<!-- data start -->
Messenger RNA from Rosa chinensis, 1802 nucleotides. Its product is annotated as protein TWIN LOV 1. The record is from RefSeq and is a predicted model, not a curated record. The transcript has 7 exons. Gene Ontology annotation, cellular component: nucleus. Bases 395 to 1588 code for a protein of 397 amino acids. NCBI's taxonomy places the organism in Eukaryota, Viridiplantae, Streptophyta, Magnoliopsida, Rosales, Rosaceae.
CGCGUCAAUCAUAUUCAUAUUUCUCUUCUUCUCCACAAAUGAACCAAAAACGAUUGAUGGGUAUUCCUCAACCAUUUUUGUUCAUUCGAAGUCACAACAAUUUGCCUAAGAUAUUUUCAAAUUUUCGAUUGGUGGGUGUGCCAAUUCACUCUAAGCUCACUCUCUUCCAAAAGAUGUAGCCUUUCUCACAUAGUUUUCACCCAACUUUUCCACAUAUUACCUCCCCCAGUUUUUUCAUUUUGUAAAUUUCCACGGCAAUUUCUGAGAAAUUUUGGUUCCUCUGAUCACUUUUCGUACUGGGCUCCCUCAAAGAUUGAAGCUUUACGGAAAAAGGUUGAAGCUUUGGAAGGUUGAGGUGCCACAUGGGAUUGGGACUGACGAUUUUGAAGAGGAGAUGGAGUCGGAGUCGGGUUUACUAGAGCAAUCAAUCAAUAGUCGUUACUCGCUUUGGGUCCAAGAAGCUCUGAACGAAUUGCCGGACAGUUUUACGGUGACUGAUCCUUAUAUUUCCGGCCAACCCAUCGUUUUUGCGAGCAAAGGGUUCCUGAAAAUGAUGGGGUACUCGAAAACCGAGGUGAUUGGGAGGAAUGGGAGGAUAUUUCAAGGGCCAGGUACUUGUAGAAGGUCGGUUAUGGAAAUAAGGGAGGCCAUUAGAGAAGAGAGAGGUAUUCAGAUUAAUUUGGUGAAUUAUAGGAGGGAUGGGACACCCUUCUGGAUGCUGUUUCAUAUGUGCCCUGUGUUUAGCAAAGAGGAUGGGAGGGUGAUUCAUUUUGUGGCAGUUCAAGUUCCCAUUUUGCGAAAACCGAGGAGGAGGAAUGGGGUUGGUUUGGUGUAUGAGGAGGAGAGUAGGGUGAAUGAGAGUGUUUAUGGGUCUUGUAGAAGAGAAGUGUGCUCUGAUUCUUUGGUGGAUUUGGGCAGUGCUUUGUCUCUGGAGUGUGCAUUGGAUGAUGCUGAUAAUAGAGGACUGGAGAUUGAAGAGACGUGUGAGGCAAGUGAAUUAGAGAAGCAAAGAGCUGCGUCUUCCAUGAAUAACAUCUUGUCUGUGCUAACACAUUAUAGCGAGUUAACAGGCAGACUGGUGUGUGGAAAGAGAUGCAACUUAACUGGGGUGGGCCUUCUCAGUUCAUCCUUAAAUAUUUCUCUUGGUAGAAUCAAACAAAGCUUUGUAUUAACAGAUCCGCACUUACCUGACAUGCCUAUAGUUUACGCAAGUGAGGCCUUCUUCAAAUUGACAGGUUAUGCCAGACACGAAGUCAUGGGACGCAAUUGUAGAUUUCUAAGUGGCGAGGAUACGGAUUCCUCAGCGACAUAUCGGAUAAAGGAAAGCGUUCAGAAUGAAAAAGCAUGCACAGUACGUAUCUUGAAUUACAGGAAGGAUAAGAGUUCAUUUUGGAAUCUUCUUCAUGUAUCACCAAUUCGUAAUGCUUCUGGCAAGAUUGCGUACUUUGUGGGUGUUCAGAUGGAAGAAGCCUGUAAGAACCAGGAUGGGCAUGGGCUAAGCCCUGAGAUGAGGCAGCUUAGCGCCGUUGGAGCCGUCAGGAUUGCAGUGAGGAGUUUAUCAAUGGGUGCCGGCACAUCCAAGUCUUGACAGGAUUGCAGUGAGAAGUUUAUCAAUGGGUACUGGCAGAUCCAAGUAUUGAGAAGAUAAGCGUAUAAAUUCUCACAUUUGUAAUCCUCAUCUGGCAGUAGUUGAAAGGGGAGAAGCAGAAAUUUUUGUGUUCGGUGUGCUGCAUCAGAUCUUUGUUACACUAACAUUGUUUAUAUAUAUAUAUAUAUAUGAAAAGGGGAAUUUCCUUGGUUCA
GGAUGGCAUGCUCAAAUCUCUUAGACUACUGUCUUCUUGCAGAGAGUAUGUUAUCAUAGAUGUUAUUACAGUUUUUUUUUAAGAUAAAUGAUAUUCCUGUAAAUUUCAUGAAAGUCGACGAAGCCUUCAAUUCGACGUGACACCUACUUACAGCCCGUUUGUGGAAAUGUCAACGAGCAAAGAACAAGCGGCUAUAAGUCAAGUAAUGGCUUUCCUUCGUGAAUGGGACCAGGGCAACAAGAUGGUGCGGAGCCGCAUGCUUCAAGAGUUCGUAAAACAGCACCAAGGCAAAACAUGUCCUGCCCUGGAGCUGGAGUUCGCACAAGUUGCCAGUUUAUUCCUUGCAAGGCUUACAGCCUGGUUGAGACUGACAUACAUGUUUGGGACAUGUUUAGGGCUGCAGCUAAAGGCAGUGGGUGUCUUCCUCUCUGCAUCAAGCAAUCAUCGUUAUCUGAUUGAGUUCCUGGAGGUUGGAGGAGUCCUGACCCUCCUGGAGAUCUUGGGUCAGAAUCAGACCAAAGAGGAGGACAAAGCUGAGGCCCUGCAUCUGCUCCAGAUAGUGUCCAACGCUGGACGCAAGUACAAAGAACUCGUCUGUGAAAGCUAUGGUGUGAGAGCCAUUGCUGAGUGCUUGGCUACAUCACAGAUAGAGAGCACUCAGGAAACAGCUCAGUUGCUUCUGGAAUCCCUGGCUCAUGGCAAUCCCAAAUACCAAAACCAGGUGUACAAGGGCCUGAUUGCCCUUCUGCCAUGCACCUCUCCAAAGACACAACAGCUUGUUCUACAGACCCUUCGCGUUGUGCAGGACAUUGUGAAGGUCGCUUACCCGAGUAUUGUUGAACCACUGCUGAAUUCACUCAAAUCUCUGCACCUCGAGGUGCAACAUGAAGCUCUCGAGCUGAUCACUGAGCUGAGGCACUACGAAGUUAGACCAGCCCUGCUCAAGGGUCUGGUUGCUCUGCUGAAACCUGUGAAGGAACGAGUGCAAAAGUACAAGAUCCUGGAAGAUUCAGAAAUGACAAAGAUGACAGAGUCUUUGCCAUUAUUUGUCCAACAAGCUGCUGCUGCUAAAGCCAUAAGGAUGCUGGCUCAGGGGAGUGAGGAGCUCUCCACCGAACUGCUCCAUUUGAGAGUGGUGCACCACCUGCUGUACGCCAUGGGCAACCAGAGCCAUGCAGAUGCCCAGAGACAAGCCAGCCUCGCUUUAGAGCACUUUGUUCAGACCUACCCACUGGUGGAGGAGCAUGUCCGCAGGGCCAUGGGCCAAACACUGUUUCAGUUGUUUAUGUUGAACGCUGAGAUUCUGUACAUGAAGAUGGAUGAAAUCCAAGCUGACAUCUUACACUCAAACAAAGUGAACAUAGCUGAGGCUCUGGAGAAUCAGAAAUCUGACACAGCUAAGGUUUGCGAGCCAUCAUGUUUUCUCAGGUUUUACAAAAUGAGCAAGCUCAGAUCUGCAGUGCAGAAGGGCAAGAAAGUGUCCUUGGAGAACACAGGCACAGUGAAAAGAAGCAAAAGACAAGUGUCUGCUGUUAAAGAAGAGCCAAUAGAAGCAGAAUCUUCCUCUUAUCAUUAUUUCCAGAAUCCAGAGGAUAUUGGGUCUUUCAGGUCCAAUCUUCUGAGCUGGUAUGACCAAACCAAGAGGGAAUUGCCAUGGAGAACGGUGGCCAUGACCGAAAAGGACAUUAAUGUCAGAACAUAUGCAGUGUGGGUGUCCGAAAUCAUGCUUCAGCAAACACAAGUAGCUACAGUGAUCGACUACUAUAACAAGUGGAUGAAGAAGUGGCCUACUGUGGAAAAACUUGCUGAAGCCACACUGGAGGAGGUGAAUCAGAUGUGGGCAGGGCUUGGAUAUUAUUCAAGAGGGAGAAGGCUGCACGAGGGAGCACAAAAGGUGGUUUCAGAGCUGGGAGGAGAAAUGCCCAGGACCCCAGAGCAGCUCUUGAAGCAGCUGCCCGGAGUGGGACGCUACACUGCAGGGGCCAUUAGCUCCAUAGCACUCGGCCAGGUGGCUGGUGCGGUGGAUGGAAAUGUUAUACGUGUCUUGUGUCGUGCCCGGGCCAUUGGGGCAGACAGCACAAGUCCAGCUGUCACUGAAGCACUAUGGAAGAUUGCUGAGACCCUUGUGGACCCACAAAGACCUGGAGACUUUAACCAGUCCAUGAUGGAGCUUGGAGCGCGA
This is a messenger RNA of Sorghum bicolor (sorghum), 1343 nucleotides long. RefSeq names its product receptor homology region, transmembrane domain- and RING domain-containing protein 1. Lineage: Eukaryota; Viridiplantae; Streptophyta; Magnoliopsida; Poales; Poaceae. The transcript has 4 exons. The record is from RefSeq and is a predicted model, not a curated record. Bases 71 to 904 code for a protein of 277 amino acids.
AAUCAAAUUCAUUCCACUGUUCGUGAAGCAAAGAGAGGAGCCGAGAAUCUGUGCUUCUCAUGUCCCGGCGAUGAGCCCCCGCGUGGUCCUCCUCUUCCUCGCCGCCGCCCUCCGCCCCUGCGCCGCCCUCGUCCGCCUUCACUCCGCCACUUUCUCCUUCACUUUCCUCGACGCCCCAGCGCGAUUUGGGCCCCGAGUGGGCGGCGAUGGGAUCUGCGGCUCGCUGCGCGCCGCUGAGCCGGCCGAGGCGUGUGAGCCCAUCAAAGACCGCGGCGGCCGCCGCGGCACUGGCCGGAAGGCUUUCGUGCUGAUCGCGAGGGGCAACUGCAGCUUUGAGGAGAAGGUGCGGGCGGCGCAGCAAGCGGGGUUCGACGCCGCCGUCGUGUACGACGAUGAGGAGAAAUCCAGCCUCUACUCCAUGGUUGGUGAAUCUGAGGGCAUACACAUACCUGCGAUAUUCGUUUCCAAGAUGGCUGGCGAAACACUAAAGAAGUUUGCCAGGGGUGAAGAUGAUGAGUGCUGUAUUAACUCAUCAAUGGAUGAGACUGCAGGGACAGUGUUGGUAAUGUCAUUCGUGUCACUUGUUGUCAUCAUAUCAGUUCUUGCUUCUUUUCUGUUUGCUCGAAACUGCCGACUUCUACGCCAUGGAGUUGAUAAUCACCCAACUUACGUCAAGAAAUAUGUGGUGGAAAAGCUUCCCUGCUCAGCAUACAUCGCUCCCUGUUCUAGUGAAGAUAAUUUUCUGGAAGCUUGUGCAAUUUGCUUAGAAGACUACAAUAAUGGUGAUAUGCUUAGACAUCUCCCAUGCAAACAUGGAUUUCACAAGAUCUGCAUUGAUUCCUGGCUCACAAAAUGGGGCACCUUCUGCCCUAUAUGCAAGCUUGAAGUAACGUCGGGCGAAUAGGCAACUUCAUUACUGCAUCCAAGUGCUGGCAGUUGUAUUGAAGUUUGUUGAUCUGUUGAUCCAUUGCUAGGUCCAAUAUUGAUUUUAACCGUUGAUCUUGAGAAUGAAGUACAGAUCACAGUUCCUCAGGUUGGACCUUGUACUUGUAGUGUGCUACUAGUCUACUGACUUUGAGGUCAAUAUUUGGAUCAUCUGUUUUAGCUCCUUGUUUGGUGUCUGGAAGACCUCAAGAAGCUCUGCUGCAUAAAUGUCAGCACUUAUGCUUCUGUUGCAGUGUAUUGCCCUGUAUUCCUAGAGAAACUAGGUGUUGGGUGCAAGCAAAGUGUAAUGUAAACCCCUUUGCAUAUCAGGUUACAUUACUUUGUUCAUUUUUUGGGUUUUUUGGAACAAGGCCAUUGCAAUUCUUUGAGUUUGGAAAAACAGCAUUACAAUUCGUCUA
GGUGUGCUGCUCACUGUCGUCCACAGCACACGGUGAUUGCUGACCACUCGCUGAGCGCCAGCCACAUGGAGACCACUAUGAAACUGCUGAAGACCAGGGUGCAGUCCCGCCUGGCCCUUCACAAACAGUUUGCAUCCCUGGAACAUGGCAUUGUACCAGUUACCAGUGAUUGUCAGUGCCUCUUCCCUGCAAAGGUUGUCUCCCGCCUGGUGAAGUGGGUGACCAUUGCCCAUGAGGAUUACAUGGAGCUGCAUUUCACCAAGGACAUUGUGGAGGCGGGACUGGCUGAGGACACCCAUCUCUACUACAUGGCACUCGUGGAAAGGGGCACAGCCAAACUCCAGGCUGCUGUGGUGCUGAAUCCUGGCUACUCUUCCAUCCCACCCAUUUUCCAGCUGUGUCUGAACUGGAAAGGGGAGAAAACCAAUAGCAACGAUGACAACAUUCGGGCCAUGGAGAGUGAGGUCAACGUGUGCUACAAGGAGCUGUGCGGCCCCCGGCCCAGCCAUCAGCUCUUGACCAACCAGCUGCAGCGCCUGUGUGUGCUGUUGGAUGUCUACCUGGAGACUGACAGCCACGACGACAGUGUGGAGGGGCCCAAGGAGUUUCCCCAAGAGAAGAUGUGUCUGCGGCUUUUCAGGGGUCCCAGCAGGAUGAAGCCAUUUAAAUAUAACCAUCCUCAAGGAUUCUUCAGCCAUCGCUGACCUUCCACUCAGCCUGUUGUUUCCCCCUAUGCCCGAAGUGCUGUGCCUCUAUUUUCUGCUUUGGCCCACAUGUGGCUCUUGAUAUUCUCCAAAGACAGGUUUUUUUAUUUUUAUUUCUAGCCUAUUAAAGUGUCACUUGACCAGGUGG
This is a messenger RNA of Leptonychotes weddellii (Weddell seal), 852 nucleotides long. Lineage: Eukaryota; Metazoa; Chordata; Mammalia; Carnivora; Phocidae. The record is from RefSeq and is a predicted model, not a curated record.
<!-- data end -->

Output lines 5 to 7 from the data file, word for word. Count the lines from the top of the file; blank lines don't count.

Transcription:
AAUCAAAUUCAUUCCACUGUUCGUGAAGCAAAGAGAGGAGCCGAGAAUCUGUGCUUCUCAUGUCCCGGCGAUGAGCCCCCGCGUGGUCCUCCUCUUCCUCGCCGCCGCCCUCCGCCCCUGCGCCGCCCUCGUCCGCCUUCACUCCGCCACUUUCUCCUUCACUUUCCUCGACGCCCCAGCGCGAUUUGGGCCCCGAGUGGGCGGCGAUGGGAUCUGCGGCUCGCUGCGCGCCGCUGAGCCGGCCGAGGCGUGUGAGCCCAUCAAAGACCGCGGCGGCCGCCGCGGCACUGGCCGGAAGGCUUUCGUGCUGAUCGCGAGGGGCAACUGCAGCUUUGAGGAGAAGGUGCGGGCGGCGCAGCAAGCGGGGUUCGACGCCGCCGUCGUGUACGACGAUGAGGAGAAAUCCAGCCUCUACUCCAUGGUUGGUGAAUCUGAGGGCAUACACAUACCUGCGAUAUUCGUUUCCAAGAUGGCUGGCGAAACACUAAAGAAGUUUGCCAGGGGUGAAGAUGAUGAGUGCUGUAUUAACUCAUCAAUGGAUGAGACUGCAGGGACAGUGUUGGUAAUGUCAUUCGUGUCACUUGUUGUCAUCAUAUCAGUUCUUGCUUCUUUUCUGUUUGCUCGAAACUGCCGACUUCUACGCCAUGGAGUUGAUAAUCACCCAACUUACGUCAAGAAAUAUGUGGUGGAAAAGCUUCCCUGCUCAGCAUACAUCGCUCCCUGUUCUAGUGAAGAUAAUUUUCUGGAAGCUUGUGCAAUUUGCUUAGAAGACUACAAUAAUGGUGAUAUGCUUAGACAUCUCCCAUGCAAACAUGGAUUUCACAAGAUCUGCAUUGAUUCCUGGCUCACAAAAUGGGGCACCUUCUGCCCUAUAUGCAAGCUUGAAGUAACGUCGGGCGAAUAGGCAACUUCAUUACUGCAUCCAAGUGCUGGCAGUUGUAUUGAAGUUUGUUGAUCUGUUGAUCCAUUGCUAGGUCCAAUAUUGAUUUUAACCGUUGAUCUUGAGAAUGAAGUACAGAUCACAGUUCCUCAGGUUGGACCUUGUACUUGUAGUGUGCUACUAGUCUACUGACUUUGAGGUCAAUAUUUGGAUCAUCUGUUUUAGCUCCUUGUUUGGUGUCUGGAAGACCUCAAGAAGCUCUGCUGCAUAAAUGUCAGCACUUAUGCUUCUGUUGCAGUGUAUUGCCCUGUAUUCCUAGAGAAACUAGGUGUUGGGUGCAAGCAAAGUGUAAUGUAAACCCCUUUGCAUAUCAGGUUACAUUACUUUGUUCAUUUUUUGGGUUUUUUGGAACAAGGCCAUUGCAAUUCUUUGAGUUUGGAAAAACAGCAUUACAAUUCGUCUA
GGUGUGCUGCUCACUGUCGUCCACAGCACACGGUGAUUGCUGACCACUCGCUGAGCGCCAGCCACAUGGAGACCACUAUGAAACUGCUGAAGACCAGGGUGCAGUCCCGCCUGGCCCUUCACAAACAGUUUGCAUCCCUGGAACAUGGCAUUGUACCAGUUACCAGUGAUUGUCAGUGCCUCUUCCCUGCAAAGGUUGUCUCCCGCCUGGUGAAGUGGGUGACCAUUGCCCAUGAGGAUUACAUGGAGCUGCAUUUCACCAAGGACAUUGUGGAGGCGGGACUGGCUGAGGACACCCAUCUCUACUACAUGGCACUCGUGGAAAGGGGCACAGCCAAACUCCAGGCUGCUGUGGUGCUGAAUCCUGGCUACUCUUCCAUCCCACCCAUUUUCCAGCUGUGUCUGAACUGGAAAGGGGAGAAAACCAAUAGCAACGAUGACAACAUUCGGGCCAUGGAGAGUGAGGUCAACGUGUGCUACAAGGAGCUGUGCGGCCCCCGGCCCAGCCAUCAGCUCUUGACCAACCAGCUGCAGCGCCUGUGUGUGCUGUUGGAUGUCUACCUGGAGACUGACAGCCACGACGACAGUGUGGAGGGGCCCAAGGAGUUUCCCCAAGAGAAGAUGUGUCUGCGGCUUUUCAGGGGUCCCAGCAGGAUGAAGCCAUUUAAAUAUAACCAUCCUCAAGGAUUCUUCAGCCAUCGCUGACCUUCCACUCAGCCUGUUGUUUCCCCCUAUGCCCGAAGUGCUGUGCCUCUAUUUUCUGCUUUGGCCCACAUGUGGCUCUUGAUAUUCUCCAAAGACAGGUUUUUUUAUUUUUAUUUCUAGCCUAUUAAAGUGUCACUUGACCAGGUGG
This is a messenger RNA of Leptonychotes weddellii (Weddell seal), 852 nucleotides long. Lineage: Eukaryota; Metazoa; Chordata; Mammalia; Carnivora; Phocidae. The record is from RefSeq and is a predicted model, not a curated record.